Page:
Recently in the case of Commonwealth v. Simmons the Pennsylvania Superior Court ruled that criminal defendants facing violation of parole of proceedings cannot be resentenced on probationary sentences that haven’t begun. While this may sound confusing, the end result is that there could be hundreds, if not thousands, of incarcerated individuals in Pennsylvania who are serving illegal sentences.
The Pennsylvania Sentencing Code can be very difficult for the average person (and attorney) to understand so perhaps the following example is useful: let’s say that someone is convicted of a misdemeanor of the first degree that has a maximum possible sentence of five years. The judge hands down a sentence of 6-23 months to be served in a county jail but also imposes a three year probationary sentence to run consecutive, or after, the 6-23 months in jail. Our hypothetical defendant serves his or her six months and is paroled. This period of parole should last 17 months (23 minus 6). But, let’s say that when on parole, before the three year period of probation begun, new charges are filed or he otherwise messes up. Before Simmons, parole would be revoked and his period of probation could be anticipatorily revoked as well. In many cases, that defendant could be resentenced to a state sentence anywhere up to the maximum sentence initially allowed.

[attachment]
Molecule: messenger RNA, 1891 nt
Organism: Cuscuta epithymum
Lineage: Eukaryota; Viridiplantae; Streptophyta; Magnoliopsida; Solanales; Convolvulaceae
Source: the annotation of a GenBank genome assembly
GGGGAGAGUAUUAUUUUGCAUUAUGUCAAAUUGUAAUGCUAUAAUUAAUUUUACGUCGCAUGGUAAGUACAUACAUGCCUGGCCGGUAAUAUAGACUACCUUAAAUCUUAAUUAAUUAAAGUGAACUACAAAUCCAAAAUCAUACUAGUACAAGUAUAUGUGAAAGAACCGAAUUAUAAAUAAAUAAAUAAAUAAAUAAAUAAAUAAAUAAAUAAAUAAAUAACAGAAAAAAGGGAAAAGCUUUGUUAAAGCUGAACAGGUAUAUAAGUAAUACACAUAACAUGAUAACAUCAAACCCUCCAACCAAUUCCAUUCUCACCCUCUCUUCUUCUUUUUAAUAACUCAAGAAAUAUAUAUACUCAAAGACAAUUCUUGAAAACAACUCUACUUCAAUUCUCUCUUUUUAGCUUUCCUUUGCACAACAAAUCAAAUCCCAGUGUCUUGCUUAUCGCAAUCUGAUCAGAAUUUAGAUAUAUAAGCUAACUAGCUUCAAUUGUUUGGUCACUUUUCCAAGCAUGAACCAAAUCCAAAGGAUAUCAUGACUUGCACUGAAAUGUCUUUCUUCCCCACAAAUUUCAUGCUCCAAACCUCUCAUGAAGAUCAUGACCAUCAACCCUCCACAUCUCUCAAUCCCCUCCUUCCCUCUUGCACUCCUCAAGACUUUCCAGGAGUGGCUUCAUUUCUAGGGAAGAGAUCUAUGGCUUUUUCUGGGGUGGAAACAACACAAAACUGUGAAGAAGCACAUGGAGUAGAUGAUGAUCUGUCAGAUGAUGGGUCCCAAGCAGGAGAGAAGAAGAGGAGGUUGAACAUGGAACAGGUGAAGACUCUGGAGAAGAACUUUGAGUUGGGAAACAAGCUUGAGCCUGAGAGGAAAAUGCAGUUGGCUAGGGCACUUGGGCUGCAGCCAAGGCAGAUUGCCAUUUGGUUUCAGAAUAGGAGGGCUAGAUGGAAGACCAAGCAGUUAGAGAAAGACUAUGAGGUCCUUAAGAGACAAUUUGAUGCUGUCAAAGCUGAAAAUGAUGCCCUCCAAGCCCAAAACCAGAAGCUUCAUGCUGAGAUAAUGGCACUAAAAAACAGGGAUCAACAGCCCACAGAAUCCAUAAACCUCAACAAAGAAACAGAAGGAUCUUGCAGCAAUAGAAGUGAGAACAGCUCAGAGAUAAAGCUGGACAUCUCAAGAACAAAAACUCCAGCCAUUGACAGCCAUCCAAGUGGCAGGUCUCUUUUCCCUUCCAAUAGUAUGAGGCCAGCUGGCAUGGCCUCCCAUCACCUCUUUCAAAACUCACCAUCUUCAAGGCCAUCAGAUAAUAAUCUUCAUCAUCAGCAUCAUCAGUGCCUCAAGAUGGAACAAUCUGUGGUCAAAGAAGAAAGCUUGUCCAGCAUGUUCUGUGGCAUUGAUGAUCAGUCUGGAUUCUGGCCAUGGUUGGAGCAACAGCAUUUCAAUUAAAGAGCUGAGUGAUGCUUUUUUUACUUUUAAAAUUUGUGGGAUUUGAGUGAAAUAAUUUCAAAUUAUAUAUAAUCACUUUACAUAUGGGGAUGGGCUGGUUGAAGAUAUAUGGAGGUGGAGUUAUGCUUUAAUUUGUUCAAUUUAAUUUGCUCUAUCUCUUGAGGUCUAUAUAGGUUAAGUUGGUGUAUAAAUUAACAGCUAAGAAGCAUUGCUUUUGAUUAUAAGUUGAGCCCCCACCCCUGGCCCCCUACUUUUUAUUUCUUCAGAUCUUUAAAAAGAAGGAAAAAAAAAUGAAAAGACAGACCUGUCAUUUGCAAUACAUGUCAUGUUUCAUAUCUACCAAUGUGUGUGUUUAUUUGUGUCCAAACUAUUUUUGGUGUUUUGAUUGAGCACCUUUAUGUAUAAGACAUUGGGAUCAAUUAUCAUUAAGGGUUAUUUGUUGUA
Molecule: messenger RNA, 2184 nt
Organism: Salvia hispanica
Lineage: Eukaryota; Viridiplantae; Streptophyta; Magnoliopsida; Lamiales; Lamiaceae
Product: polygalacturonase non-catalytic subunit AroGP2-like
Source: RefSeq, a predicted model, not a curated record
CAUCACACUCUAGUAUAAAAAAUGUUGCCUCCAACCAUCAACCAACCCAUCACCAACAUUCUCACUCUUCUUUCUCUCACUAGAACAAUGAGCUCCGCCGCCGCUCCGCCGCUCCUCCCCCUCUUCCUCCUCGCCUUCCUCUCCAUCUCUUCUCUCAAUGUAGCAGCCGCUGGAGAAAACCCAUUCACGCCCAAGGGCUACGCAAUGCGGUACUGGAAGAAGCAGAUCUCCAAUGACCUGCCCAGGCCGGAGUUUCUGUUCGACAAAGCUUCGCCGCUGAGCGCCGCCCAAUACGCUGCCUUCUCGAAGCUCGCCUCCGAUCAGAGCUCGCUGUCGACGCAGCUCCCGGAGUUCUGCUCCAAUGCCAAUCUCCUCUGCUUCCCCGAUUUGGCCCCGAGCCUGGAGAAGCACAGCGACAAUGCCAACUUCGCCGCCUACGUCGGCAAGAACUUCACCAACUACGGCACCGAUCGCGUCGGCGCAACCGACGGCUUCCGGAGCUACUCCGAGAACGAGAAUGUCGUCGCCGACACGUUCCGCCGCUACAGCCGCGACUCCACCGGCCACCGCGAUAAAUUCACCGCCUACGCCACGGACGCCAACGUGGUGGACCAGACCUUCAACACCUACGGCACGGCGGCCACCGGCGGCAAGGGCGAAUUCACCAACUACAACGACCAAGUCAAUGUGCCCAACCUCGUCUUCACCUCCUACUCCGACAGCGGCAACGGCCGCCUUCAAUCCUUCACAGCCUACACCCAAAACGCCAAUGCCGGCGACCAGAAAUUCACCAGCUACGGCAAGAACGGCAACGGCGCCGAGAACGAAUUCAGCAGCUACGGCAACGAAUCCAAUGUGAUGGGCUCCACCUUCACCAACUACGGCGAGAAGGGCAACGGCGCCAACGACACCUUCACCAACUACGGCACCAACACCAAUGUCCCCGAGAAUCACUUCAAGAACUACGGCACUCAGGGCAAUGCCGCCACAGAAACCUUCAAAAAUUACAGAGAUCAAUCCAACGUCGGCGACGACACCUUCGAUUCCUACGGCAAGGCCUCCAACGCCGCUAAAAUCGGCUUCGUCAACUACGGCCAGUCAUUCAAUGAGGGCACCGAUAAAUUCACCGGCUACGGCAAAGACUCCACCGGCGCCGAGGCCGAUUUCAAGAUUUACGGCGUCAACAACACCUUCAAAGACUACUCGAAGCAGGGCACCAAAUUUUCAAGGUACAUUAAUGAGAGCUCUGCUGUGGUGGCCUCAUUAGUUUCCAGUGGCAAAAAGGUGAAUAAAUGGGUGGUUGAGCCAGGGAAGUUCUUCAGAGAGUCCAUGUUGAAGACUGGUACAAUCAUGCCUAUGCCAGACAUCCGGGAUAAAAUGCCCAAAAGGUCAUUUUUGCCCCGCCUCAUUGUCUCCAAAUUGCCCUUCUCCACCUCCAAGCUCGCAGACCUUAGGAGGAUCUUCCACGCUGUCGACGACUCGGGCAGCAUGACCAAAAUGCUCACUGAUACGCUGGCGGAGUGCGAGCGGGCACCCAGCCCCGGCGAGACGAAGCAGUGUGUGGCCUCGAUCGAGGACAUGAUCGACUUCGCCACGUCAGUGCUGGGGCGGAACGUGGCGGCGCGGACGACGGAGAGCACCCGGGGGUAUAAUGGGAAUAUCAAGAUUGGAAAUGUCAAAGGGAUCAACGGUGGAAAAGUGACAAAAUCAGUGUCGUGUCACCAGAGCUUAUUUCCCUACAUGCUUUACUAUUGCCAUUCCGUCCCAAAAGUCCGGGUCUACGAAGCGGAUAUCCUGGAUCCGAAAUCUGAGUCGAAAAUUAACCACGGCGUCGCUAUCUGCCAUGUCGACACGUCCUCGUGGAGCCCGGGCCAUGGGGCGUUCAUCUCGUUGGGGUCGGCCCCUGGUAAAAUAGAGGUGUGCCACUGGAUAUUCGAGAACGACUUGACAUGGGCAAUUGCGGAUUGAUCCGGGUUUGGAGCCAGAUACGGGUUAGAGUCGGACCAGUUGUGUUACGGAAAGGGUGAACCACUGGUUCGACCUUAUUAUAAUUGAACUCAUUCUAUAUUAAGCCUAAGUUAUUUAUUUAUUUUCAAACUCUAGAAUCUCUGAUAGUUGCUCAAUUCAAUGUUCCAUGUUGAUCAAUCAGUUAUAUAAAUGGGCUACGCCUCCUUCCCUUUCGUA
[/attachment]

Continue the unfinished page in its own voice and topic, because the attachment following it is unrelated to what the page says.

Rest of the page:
The Simmons case changes that; probation cannot be violated if it hasn’t begun! In the hypothetical above, the defendant would be recommitted to the original sentence of 6-23 months with 6 months of credit and would be subject to the normal parole procedures in the county of incarceration with the three year period of probation to be served when he or she is done. What’s more, since this case deals with the legality of sentences, it’s dealing with issues that cannot be waived and always raised on appeal despite how long it has been since someone has been revoked and resentenced.
While Commonwealth v. Simmons may mean very good news for you or a loved one so be sure to speak with an attorney who knows the law in Pennsylvania.
If you facing criminal charges, take it seriously. Call Mooney Law at 717-200-HELP or 833-MOONEYLAW. We represent clients in criminal defense throughout Central Pennsylvania.